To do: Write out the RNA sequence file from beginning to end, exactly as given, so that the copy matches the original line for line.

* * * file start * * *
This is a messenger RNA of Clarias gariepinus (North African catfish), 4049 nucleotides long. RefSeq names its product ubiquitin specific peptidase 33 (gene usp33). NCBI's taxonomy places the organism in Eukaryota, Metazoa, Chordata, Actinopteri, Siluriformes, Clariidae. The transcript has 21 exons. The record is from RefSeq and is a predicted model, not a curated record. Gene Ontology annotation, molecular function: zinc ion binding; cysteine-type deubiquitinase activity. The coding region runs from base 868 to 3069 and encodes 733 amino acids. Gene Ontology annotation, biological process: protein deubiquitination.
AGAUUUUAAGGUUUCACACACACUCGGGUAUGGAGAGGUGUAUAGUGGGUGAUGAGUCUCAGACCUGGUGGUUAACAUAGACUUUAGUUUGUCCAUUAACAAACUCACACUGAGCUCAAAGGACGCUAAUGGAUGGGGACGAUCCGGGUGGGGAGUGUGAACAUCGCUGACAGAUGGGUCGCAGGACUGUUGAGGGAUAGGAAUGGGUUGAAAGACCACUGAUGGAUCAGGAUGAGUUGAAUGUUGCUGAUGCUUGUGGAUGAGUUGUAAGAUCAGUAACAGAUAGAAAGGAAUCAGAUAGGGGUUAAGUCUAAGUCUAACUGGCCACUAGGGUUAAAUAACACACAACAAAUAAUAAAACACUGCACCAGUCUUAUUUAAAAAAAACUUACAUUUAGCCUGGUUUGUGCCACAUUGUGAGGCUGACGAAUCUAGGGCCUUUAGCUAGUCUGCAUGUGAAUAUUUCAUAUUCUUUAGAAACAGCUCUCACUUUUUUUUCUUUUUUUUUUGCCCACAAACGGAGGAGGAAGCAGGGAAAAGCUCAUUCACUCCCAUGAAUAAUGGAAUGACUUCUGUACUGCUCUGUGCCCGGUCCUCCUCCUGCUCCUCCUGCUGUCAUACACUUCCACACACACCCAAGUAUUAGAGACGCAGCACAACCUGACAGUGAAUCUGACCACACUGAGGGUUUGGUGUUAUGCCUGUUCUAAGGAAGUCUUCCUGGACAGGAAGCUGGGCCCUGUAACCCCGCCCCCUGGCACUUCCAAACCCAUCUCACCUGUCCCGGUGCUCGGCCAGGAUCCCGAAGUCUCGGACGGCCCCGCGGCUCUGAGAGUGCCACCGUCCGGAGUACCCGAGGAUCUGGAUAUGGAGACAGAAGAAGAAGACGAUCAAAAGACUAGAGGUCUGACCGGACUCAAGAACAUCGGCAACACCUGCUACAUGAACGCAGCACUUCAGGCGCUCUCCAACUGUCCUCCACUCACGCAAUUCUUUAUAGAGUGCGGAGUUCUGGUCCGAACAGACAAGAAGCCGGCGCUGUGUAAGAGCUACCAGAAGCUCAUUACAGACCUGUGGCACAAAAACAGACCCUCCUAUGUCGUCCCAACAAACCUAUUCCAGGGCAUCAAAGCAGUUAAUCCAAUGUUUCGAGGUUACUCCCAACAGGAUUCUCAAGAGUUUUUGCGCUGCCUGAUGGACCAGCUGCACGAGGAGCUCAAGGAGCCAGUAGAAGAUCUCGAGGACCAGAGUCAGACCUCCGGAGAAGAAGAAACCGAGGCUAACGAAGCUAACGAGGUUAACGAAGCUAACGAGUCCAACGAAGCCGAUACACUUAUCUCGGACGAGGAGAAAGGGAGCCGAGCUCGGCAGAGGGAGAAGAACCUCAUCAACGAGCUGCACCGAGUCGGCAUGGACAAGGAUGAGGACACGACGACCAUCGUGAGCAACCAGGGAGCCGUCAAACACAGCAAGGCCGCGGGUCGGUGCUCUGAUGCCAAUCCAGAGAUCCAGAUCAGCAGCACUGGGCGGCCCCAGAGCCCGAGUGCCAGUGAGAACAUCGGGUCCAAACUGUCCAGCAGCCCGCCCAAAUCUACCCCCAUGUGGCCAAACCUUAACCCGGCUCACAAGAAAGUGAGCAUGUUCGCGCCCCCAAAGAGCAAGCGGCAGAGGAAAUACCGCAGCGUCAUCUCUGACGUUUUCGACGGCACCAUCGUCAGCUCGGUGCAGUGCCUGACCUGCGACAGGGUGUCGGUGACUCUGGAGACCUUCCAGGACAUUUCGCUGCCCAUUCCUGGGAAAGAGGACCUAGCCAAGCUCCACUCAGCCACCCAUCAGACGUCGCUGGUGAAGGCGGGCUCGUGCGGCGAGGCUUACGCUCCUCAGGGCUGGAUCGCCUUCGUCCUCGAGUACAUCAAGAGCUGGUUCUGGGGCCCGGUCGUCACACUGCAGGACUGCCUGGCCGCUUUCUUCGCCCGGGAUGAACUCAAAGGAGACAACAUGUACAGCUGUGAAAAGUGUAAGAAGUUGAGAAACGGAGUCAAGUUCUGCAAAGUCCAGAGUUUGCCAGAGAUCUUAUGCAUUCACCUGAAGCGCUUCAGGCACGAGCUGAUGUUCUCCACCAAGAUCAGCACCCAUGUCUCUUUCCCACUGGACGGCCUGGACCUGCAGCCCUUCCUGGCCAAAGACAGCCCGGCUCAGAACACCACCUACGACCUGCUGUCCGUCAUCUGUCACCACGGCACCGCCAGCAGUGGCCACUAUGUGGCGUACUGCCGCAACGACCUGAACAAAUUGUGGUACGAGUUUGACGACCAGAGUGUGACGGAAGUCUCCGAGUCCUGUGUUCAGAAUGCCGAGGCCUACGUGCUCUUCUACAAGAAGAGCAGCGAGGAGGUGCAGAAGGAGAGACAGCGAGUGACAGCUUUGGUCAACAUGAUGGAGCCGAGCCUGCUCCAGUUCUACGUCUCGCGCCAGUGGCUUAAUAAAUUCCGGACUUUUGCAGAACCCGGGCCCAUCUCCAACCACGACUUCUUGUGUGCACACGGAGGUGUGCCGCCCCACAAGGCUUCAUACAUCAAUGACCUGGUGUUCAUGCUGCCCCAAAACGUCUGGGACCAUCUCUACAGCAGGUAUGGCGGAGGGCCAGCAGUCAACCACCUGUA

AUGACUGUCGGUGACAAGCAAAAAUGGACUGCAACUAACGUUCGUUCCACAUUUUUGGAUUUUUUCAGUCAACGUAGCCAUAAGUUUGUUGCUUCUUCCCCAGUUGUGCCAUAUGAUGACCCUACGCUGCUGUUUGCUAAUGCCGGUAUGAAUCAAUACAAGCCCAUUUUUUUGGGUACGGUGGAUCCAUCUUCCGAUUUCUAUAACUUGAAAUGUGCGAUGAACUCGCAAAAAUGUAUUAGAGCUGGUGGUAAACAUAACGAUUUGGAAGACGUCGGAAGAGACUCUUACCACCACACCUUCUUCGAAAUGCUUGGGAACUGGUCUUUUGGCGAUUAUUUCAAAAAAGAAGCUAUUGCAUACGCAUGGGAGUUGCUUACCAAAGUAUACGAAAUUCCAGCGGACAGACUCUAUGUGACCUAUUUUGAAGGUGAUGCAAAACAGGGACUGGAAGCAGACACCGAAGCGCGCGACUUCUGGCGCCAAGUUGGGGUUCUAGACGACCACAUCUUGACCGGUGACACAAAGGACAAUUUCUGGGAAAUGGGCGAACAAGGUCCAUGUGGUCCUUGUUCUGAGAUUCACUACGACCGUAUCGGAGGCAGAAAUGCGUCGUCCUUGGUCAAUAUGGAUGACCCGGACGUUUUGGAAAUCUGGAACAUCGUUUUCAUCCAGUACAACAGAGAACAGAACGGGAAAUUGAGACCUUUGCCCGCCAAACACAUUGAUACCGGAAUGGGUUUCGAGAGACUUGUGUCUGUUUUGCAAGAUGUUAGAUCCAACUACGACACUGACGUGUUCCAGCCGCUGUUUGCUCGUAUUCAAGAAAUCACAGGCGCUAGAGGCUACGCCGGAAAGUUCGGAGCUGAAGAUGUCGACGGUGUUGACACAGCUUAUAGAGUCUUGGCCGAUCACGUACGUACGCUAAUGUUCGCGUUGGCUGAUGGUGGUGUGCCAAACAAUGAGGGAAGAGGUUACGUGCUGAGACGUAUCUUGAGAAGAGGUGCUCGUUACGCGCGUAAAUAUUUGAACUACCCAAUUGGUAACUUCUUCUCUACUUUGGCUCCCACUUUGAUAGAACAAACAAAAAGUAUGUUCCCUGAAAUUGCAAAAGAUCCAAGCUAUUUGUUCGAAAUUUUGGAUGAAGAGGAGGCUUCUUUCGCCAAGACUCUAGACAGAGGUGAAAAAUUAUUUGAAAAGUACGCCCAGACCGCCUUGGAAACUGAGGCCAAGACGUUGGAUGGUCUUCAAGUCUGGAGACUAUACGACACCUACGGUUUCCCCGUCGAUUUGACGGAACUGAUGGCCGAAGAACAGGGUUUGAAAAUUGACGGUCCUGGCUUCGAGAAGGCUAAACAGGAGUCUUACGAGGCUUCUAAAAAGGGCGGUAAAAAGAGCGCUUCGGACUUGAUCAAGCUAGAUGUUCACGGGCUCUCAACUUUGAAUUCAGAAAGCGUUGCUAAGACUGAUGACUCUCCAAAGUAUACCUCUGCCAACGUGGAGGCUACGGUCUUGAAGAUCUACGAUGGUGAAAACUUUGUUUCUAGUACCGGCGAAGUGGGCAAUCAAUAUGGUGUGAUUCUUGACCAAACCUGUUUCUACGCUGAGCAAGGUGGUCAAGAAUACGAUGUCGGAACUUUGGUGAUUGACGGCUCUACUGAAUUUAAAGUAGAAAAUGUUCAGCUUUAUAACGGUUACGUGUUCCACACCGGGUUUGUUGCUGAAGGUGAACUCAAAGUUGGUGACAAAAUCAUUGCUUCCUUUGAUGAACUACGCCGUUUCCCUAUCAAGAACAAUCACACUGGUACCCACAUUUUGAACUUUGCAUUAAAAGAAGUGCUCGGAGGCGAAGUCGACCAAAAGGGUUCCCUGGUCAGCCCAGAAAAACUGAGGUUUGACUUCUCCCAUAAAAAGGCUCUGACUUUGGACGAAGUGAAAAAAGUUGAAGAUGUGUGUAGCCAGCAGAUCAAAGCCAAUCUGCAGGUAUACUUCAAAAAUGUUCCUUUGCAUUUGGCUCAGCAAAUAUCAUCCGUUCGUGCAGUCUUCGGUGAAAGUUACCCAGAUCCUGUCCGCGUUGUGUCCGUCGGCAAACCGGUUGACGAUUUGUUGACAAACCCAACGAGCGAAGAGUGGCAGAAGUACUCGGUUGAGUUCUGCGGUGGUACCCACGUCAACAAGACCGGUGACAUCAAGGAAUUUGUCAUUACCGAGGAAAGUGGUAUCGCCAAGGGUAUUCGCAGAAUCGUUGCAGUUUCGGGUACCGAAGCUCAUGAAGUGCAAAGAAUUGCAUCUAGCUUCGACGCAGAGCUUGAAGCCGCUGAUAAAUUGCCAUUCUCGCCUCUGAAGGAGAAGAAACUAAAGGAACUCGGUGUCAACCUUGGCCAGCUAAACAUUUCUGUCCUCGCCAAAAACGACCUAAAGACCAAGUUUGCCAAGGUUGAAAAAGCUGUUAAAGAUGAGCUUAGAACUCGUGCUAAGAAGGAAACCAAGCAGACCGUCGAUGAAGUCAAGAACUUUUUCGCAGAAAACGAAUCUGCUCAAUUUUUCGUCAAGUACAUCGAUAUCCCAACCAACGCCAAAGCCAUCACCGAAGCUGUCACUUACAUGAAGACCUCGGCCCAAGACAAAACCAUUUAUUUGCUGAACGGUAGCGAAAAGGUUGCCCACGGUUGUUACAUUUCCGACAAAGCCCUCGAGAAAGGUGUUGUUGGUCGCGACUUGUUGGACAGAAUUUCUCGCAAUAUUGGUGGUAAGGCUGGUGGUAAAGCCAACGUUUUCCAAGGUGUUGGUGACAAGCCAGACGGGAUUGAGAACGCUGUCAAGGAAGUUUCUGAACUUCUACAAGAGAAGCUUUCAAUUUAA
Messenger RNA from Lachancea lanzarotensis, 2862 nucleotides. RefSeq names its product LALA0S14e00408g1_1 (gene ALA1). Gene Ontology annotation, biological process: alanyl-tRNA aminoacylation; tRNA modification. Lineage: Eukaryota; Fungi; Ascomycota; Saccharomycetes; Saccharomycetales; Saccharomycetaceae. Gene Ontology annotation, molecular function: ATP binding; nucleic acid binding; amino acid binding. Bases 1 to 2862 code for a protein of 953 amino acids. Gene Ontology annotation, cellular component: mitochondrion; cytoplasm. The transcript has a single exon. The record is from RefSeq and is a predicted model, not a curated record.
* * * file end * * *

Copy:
This is a messenger RNA of Clarias gariepinus (North African catfish), 4049 nucleotides long. RefSeq names its product ubiquitin specific peptidase 33 (gene usp33). NCBI's taxonomy places the organism in Eukaryota, Metazoa, Chordata, Actinopteri, Siluriformes, Clariidae. The transcript has 21 exons. The record is from RefSeq and is a predicted model, not a curated record. Gene Ontology annotation, molecular function: zinc ion binding; cysteine-type deubiquitinase activity. The coding region runs from base 868 to 3069 and encodes 733 amino acids. Gene Ontology annotation, biological process: protein deubiquitination.
AGAUUUUAAGGUUUCACACACACUCGGGUAUGGAGAGGUGUAUAGUGGGUGAUGAGUCUCAGACCUGGUGGUUAACAUAGACUUUAGUUUGUCCAUUAACAAACUCACACUGAGCUCAAAGGACGCUAAUGGAUGGGGACGAUCCGGGUGGGGAGUGUGAACAUCGCUGACAGAUGGGUCGCAGGACUGUUGAGGGAUAGGAAUGGGUUGAAAGACCACUGAUGGAUCAGGAUGAGUUGAAUGUUGCUGAUGCUUGUGGAUGAGUUGUAAGAUCAGUAACAGAUAGAAAGGAAUCAGAUAGGGGUUAAGUCUAAGUCUAACUGGCCACUAGGGUUAAAUAACACACAACAAAUAAUAAAACACUGCACCAGUCUUAUUUAAAAAAAACUUACAUUUAGCCUGGUUUGUGCCACAUUGUGAGGCUGACGAAUCUAGGGCCUUUAGCUAGUCUGCAUGUGAAUAUUUCAUAUUCUUUAGAAACAGCUCUCACUUUUUUUUCUUUUUUUUUUGCCCACAAACGGAGGAGGAAGCAGGGAAAAGCUCAUUCACUCCCAUGAAUAAUGGAAUGACUUCUGUACUGCUCUGUGCCCGGUCCUCCUCCUGCUCCUCCUGCUGUCAUACACUUCCACACACACCCAAGUAUUAGAGACGCAGCACAACCUGACAGUGAAUCUGACCACACUGAGGGUUUGGUGUUAUGCCUGUUCUAAGGAAGUCUUCCUGGACAGGAAGCUGGGCCCUGUAACCCCGCCCCCUGGCACUUCCAAACCCAUCUCACCUGUCCCGGUGCUCGGCCAGGAUCCCGAAGUCUCGGACGGCCCCGCGGCUCUGAGAGUGCCACCGUCCGGAGUACCCGAGGAUCUGGAUAUGGAGACAGAAGAAGAAGACGAUCAAAAGACUAGAGGUCUGACCGGACUCAAGAACAUCGGCAACACCUGCUACAUGAACGCAGCACUUCAGGCGCUCUCCAACUGUCCUCCACUCACGCAAUUCUUUAUAGAGUGCGGAGUUCUGGUCCGAACAGACAAGAAGCCGGCGCUGUGUAAGAGCUACCAGAAGCUCAUUACAGACCUGUGGCACAAAAACAGACCCUCCUAUGUCGUCCCAACAAACCUAUUCCAGGGCAUCAAAGCAGUUAAUCCAAUGUUUCGAGGUUACUCCCAACAGGAUUCUCAAGAGUUUUUGCGCUGCCUGAUGGACCAGCUGCACGAGGAGCUCAAGGAGCCAGUAGAAGAUCUCGAGGACCAGAGUCAGACCUCCGGAGAAGAAGAAACCGAGGCUAACGAAGCUAACGAGGUUAACGAAGCUAACGAGUCCAACGAAGCCGAUACACUUAUCUCGGACGAGGAGAAAGGGAGCCGAGCUCGGCAGAGGGAGAAGAACCUCAUCAACGAGCUGCACCGAGUCGGCAUGGACAAGGAUGAGGACACGACGACCAUCGUGAGCAACCAGGGAGCCGUCAAACACAGCAAGGCCGCGGGUCGGUGCUCUGAUGCCAAUCCAGAGAUCCAGAUCAGCAGCACUGGGCGGCCCCAGAGCCCGAGUGCCAGUGAGAACAUCGGGUCCAAACUGUCCAGCAGCCCGCCCAAAUCUACCCCCAUGUGGCCAAACCUUAACCCGGCUCACAAGAAAGUGAGCAUGUUCGCGCCCCCAAAGAGCAAGCGGCAGAGGAAAUACCGCAGCGUCAUCUCUGACGUUUUCGACGGCACCAUCGUCAGCUCGGUGCAGUGCCUGACCUGCGACAGGGUGUCGGUGACUCUGGAGACCUUCCAGGACAUUUCGCUGCCCAUUCCUGGGAAAGAGGACCUAGCCAAGCUCCACUCAGCCACCCAUCAGACGUCGCUGGUGAAGGCGGGCUCGUGCGGCGAGGCUUACGCUCCUCAGGGCUGGAUCGCCUUCGUCCUCGAGUACAUCAAGAGCUGGUUCUGGGGCCCGGUCGUCACACUGCAGGACUGCCUGGCCGCUUUCUUCGCCCGGGAUGAACUCAAAGGAGACAACAUGUACAGCUGUGAAAAGUGUAAGAAGUUGAGAAACGGAGUCAAGUUCUGCAAAGUCCAGAGUUUGCCAGAGAUCUUAUGCAUUCACCUGAAGCGCUUCAGGCACGAGCUGAUGUUCUCCACCAAGAUCAGCACCCAUGUCUCUUUCCCACUGGACGGCCUGGACCUGCAGCCCUUCCUGGCCAAAGACAGCCCGGCUCAGAACACCACCUACGACCUGCUGUCCGUCAUCUGUCACCACGGCACCGCCAGCAGUGGCCACUAUGUGGCGUACUGCCGCAACGACCUGAACAAAUUGUGGUACGAGUUUGACGACCAGAGUGUGACGGAAGUCUCCGAGUCCUGUGUUCAGAAUGCCGAGGCCUACGUGCUCUUCUACAAGAAGAGCAGCGAGGAGGUGCAGAAGGAGAGACAGCGAGUGACAGCUUUGGUCAACAUGAUGGAGCCGAGCCUGCUCCAGUUCUACGUCUCGCGCCAGUGGCUUAAUAAAUUCCGGACUUUUGCAGAACCCGGGCCCAUCUCCAACCACGACUUCUUGUGUGCACACGGAGGUGUGCCGCCCCACAAGGCUUCAUACAUCAAUGACCUGGUGUUCAUGCUGCCCCAAAACGUCUGGGACCAUCUCUACAGCAGGUAUGGCGGAGGGCCAGCAGUCAACCACCUGUA

AUGACUGUCGGUGACAAGCAAAAAUGGACUGCAACUAACGUUCGUUCCACAUUUUUGGAUUUUUUCAGUCAACGUAGCCAUAAGUUUGUUGCUUCUUCCCCAGUUGUGCCAUAUGAUGACCCUACGCUGCUGUUUGCUAAUGCCGGUAUGAAUCAAUACAAGCCCAUUUUUUUGGGUACGGUGGAUCCAUCUUCCGAUUUCUAUAACUUGAAAUGUGCGAUGAACUCGCAAAAAUGUAUUAGAGCUGGUGGUAAACAUAACGAUUUGGAAGACGUCGGAAGAGACUCUUACCACCACACCUUCUUCGAAAUGCUUGGGAACUGGUCUUUUGGCGAUUAUUUCAAAAAAGAAGCUAUUGCAUACGCAUGGGAGUUGCUUACCAAAGUAUACGAAAUUCCAGCGGACAGACUCUAUGUGACCUAUUUUGAAGGUGAUGCAAAACAGGGACUGGAAGCAGACACCGAAGCGCGCGACUUCUGGCGCCAAGUUGGGGUUCUAGACGACCACAUCUUGACCGGUGACACAAAGGACAAUUUCUGGGAAAUGGGCGAACAAGGUCCAUGUGGUCCUUGUUCUGAGAUUCACUACGACCGUAUCGGAGGCAGAAAUGCGUCGUCCUUGGUCAAUAUGGAUGACCCGGACGUUUUGGAAAUCUGGAACAUCGUUUUCAUCCAGUACAACAGAGAACAGAACGGGAAAUUGAGACCUUUGCCCGCCAAACACAUUGAUACCGGAAUGGGUUUCGAGAGACUUGUGUCUGUUUUGCAAGAUGUUAGAUCCAACUACGACACUGACGUGUUCCAGCCGCUGUUUGCUCGUAUUCAAGAAAUCACAGGCGCUAGAGGCUACGCCGGAAAGUUCGGAGCUGAAGAUGUCGACGGUGUUGACACAGCUUAUAGAGUCUUGGCCGAUCACGUACGUACGCUAAUGUUCGCGUUGGCUGAUGGUGGUGUGCCAAACAAUGAGGGAAGAGGUUACGUGCUGAGACGUAUCUUGAGAAGAGGUGCUCGUUACGCGCGUAAAUAUUUGAACUACCCAAUUGGUAACUUCUUCUCUACUUUGGCUCCCACUUUGAUAGAACAAACAAAAAGUAUGUUCCCUGAAAUUGCAAAAGAUCCAAGCUAUUUGUUCGAAAUUUUGGAUGAAGAGGAGGCUUCUUUCGCCAAGACUCUAGACAGAGGUGAAAAAUUAUUUGAAAAGUACGCCCAGACCGCCUUGGAAACUGAGGCCAAGACGUUGGAUGGUCUUCAAGUCUGGAGACUAUACGACACCUACGGUUUCCCCGUCGAUUUGACGGAACUGAUGGCCGAAGAACAGGGUUUGAAAAUUGACGGUCCUGGCUUCGAGAAGGCUAAACAGGAGUCUUACGAGGCUUCUAAAAAGGGCGGUAAAAAGAGCGCUUCGGACUUGAUCAAGCUAGAUGUUCACGGGCUCUCAACUUUGAAUUCAGAAAGCGUUGCUAAGACUGAUGACUCUCCAAAGUAUACCUCUGCCAACGUGGAGGCUACGGUCUUGAAGAUCUACGAUGGUGAAAACUUUGUUUCUAGUACCGGCGAAGUGGGCAAUCAAUAUGGUGUGAUUCUUGACCAAACCUGUUUCUACGCUGAGCAAGGUGGUCAAGAAUACGAUGUCGGAACUUUGGUGAUUGACGGCUCUACUGAAUUUAAAGUAGAAAAUGUUCAGCUUUAUAACGGUUACGUGUUCCACACCGGGUUUGUUGCUGAAGGUGAACUCAAAGUUGGUGACAAAAUCAUUGCUUCCUUUGAUGAACUACGCCGUUUCCCUAUCAAGAACAAUCACACUGGUACCCACAUUUUGAACUUUGCAUUAAAAGAAGUGCUCGGAGGCGAAGUCGACCAAAAGGGUUCCCUGGUCAGCCCAGAAAAACUGAGGUUUGACUUCUCCCAUAAAAAGGCUCUGACUUUGGACGAAGUGAAAAAAGUUGAAGAUGUGUGUAGCCAGCAGAUCAAAGCCAAUCUGCAGGUAUACUUCAAAAAUGUUCCUUUGCAUUUGGCUCAGCAAAUAUCAUCCGUUCGUGCAGUCUUCGGUGAAAGUUACCCAGAUCCUGUCCGCGUUGUGUCCGUCGGCAAACCGGUUGACGAUUUGUUGACAAACCCAACGAGCGAAGAGUGGCAGAAGUACUCGGUUGAGUUCUGCGGUGGUACCCACGUCAACAAGACCGGUGACAUCAAGGAAUUUGUCAUUACCGAGGAAAGUGGUAUCGCCAAGGGUAUUCGCAGAAUCGUUGCAGUUUCGGGUACCGAAGCUCAUGAAGUGCAAAGAAUUGCAUCUAGCUUCGACGCAGAGCUUGAAGCCGCUGAUAAAUUGCCAUUCUCGCCUCUGAAGGAGAAGAAACUAAAGGAACUCGGUGUCAACCUUGGCCAGCUAAACAUUUCUGUCCUCGCCAAAAACGACCUAAAGACCAAGUUUGCCAAGGUUGAAAAAGCUGUUAAAGAUGAGCUUAGAACUCGUGCUAAGAAGGAAACCAAGCAGACCGUCGAUGAAGUCAAGAACUUUUUCGCAGAAAACGAAUCUGCUCAAUUUUUCGUCAAGUACAUCGAUAUCCCAACCAACGCCAAAGCCAUCACCGAAGCUGUCACUUACAUGAAGACCUCGGCCCAAGACAAAACCAUUUAUUUGCUGAACGGUAGCGAAAAGGUUGCCCACGGUUGUUACAUUUCCGACAAAGCCCUCGAGAAAGGUGUUGUUGGUCGCGACUUGUUGGACAGAAUUUCUCGCAAUAUUGGUGGUAAGGCUGGUGGUAAAGCCAACGUUUUCCAAGGUGUUGGUGACAAGCCAGACGGGAUUGAGAACGCUGUCAAGGAAGUUUCUGAACUUCUACAAGAGAAGCUUUCAAUUUAA
Messenger RNA from Lachancea lanzarotensis, 2862 nucleotides. RefSeq names its product LALA0S14e00408g1_1 (gene ALA1). Gene Ontology annotation, biological process: alanyl-tRNA aminoacylation; tRNA modification. Lineage: Eukaryota; Fungi; Ascomycota; Saccharomycetes; Saccharomycetales; Saccharomycetaceae. Gene Ontology annotation, molecular function: ATP binding; nucleic acid binding; amino acid binding. Bases 1 to 2862 code for a protein of 953 amino acids. Gene Ontology annotation, cellular component: mitochondrion; cytoplasm. The transcript has a single exon. The record is from RefSeq and is a predicted model, not a curated record.